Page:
New chapter for historic Fremont Store

Photo by Cesar Salazar


Bonnie Wegg rings up a customer at her recently reopened, historic B&B Fremont Store.



Nestled in the small community of Fremont lies the Fremont Store, a business that’s been around since before the U.S. Civil War and even before Minnesota gained statehood. Since its establishment in 1856, the grocery store has been exchanged through many hands, and now, new owners Bonnie and Bradley Wegg have reopened the business and are adding their story to the already historic store.

The Fremont Store is one of Minnesota’s oldest continually-running shops, with a history going back 167 years. Bonnie and Bradley reopened the store last November as the B&B Fremont Store and serve the local area’s farmers and residents with groceries and other products. It is one of the only commercial shops for miles.

The Weggs purchased the store from the children of the previous owner, Martha Sophia Evangeline Johnson, who passed away in July 2021. The couple purchased it after talking about opening a boutique that could sell Bonnie’s goods from her other business, Fainting Goat Arts and Crafts. Bradley came across the store, which was for sale, on his way home from work, which gave him an idea. 

“He loves history, and the history of this place is just amazing,” Bonnie said. “We tossed the idea around for a little while, and we decided to come look at it. As soon as we walked in the door, it felt kind of like home, and it seemed like something we should do. So we did it.”

The store continues to serve the community around Fremont as it did for many decades, and some people have been customers for many years. Jason Elsing, a local farmer, was the first customer in line when the store reopened in November, and in fact, retains the receipt of his purchase of donuts and caramels. Jason and his wife, Alicia Elsing, return to the store just about every day for food as it is the closest store to their farm. “I think it's just convenience, and I like the nostalgia of the store being here,” Jason said. “I think a lot of people want it to be here, and the only way to keep it here is to bring it business.”

Alicia said she remembers coming to the store all the time as a child. Growing up about a mile away from the store, Alicia said she and her brothers would ride their bikes over to buy candy and pop with money that their grandparents had given them. She added that the store has changed since she was young. “It’s nice to see it morph into something where it can really bring in the local goods from the area, local crafters, and other business owners to make that available,” Alicia said.

Jason said he appreciated the non-corporate ownership of the store, with the local store essentially being a local member of the community. “I love that it had a lot of locally made things,” Jason said. “That’s really cool, even down to the Spring Grove pop.”

Despite the business running smoothly now, the easiest part of reopening the store was actually buying it, according to Bonnie. The store needed some tender love and care which was hindered by COVID-19, as Bonnie and Bradley contracted the virus. The couple eventually renovated the store inside and out: renovating an apartment into a kitchen, adding floor bracing, and installing railings along the deck outside, she said. The couple also hopes to be able to bring back the awning outside, as the previous one had to be removed because it was falling apart.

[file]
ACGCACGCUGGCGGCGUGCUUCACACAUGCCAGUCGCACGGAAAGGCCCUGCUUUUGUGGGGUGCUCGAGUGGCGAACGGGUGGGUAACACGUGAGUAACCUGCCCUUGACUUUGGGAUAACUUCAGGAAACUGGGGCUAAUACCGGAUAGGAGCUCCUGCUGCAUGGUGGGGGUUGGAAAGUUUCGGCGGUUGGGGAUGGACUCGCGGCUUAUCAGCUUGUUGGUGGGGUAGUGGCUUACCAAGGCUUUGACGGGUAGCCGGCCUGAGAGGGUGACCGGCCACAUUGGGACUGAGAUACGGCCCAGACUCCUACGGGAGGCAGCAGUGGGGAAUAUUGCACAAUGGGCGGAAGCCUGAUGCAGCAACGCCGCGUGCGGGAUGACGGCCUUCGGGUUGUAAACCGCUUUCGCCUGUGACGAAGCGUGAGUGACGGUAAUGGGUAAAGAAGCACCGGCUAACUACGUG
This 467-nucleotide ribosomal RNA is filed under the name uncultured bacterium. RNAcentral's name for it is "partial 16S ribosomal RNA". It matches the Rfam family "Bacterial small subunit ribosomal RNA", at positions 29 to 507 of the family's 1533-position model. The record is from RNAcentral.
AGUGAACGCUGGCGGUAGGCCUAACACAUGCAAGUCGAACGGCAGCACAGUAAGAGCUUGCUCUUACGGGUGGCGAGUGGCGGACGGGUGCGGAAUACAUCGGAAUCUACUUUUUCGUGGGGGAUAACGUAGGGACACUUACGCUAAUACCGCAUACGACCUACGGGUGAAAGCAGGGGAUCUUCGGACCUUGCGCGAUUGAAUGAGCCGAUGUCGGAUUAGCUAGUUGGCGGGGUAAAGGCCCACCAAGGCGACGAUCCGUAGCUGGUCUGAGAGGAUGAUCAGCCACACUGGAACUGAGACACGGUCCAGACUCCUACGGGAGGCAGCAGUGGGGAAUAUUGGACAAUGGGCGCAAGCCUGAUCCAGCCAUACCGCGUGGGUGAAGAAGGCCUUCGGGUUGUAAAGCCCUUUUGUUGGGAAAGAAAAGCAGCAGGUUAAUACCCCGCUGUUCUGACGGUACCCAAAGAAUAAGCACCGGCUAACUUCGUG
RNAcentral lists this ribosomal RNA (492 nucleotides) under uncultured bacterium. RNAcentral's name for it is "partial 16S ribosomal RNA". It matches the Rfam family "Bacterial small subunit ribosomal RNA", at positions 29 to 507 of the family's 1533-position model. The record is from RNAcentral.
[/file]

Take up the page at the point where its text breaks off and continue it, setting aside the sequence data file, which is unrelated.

Despite the renovations, many parts of the store remain original, such as the flooring, counter, and exterior of the building, according to Bonnie. She added that the biggest challenge in the future is maintaining the historic building in good shape, as it is over 160 years old. “We need to keep up on the maintenance,” Bonnie said. “There are still things that need to be done to make sure it lasts another 167 years.”

Bonnie said she’d like to set up a small museum in the store as a way to show some of the historical aspects of the store and the town. She plans on staying with the business as long as possible. “We’re hoping that this will be our retirement,” Bonnie said. “We’ll stay long enough to retire here, work part-time, maybe if we’re lucky by that time. We’re planning on keeping it for quite a while.”

When reopening the store, the couple wanted to keep the store as local as possible. It is set up as a consignment store, where many local crafters and artisans sell their goods. The couple also sells products from many local and regional businesses, such as meats from the Frickson Family Farms in Dakota, McCabe Family Farms in Chatfield, Hart Country Meats in Rushford, dairy products from Capra Nera Creamery in Altura, and goods from Ziebell’s Hiawatha Foods in Winona.

“I appreciate our crafters,” Bonnie said. “They help keep things stocked and full. Our local food suppliers, we have to thank them. They’re very supportive as well.”

“We thank everybody so much for their support,” Bonnie said. “Our family has helped out greatly, but the support of the community has been wonderful. We couldn’t be here if it wasn’t for the support of the locals.” She continued, “I thank my husband for having this great idea, and for his support.”